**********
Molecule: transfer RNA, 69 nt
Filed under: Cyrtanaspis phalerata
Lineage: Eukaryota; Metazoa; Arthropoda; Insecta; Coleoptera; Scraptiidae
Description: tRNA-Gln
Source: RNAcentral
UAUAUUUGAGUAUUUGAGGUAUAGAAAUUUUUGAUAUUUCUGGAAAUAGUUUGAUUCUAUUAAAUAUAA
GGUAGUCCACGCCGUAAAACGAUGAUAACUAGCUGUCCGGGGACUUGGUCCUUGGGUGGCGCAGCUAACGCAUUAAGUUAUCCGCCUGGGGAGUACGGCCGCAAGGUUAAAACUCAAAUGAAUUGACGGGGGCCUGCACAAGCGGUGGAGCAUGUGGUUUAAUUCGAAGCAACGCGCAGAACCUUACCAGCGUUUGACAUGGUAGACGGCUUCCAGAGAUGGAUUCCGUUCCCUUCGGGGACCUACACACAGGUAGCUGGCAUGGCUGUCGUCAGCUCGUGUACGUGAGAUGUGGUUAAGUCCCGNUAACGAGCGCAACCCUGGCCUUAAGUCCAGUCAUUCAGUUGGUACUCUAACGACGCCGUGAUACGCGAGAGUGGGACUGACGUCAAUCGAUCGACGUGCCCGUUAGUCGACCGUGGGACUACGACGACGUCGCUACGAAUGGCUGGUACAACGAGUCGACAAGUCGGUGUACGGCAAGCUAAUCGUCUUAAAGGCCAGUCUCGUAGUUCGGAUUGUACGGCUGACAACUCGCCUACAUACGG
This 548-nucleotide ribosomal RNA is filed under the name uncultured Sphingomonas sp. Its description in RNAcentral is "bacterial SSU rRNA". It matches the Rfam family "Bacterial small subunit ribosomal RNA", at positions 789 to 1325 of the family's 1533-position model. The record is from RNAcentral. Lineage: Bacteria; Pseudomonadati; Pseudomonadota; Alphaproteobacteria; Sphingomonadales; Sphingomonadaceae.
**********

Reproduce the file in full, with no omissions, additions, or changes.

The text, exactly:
Molecule: transfer RNA, 69 nt
Filed under: Cyrtanaspis phalerata
Lineage: Eukaryota; Metazoa; Arthropoda; Insecta; Coleoptera; Scraptiidae
Description: tRNA-Gln
Source: RNAcentral
UAUAUUUGAGUAUUUGAGGUAUAGAAAUUUUUGAUAUUUCUGGAAAUAGUUUGAUUCUAUUAAAUAUAA
GGUAGUCCACGCCGUAAAACGAUGAUAACUAGCUGUCCGGGGACUUGGUCCUUGGGUGGCGCAGCUAACGCAUUAAGUUAUCCGCCUGGGGAGUACGGCCGCAAGGUUAAAACUCAAAUGAAUUGACGGGGGCCUGCACAAGCGGUGGAGCAUGUGGUUUAAUUCGAAGCAACGCGCAGAACCUUACCAGCGUUUGACAUGGUAGACGGCUUCCAGAGAUGGAUUCCGUUCCCUUCGGGGACCUACACACAGGUAGCUGGCAUGGCUGUCGUCAGCUCGUGUACGUGAGAUGUGGUUAAGUCCCGNUAACGAGCGCAACCCUGGCCUUAAGUCCAGUCAUUCAGUUGGUACUCUAACGACGCCGUGAUACGCGAGAGUGGGACUGACGUCAAUCGAUCGACGUGCCCGUUAGUCGACCGUGGGACUACGACGACGUCGCUACGAAUGGCUGGUACAACGAGUCGACAAGUCGGUGUACGGCAAGCUAAUCGUCUUAAAGGCCAGUCUCGUAGUUCGGAUUGUACGGCUGACAACUCGCCUACAUACGG
This 548-nucleotide ribosomal RNA is filed under the name uncultured Sphingomonas sp. Its description in RNAcentral is "bacterial SSU rRNA". It matches the Rfam family "Bacterial small subunit ribosomal RNA", at positions 789 to 1325 of the family's 1533-position model. The record is from RNAcentral. Lineage: Bacteria; Pseudomonadati; Pseudomonadota; Alphaproteobacteria; Sphingomonadales; Sphingomonadaceae.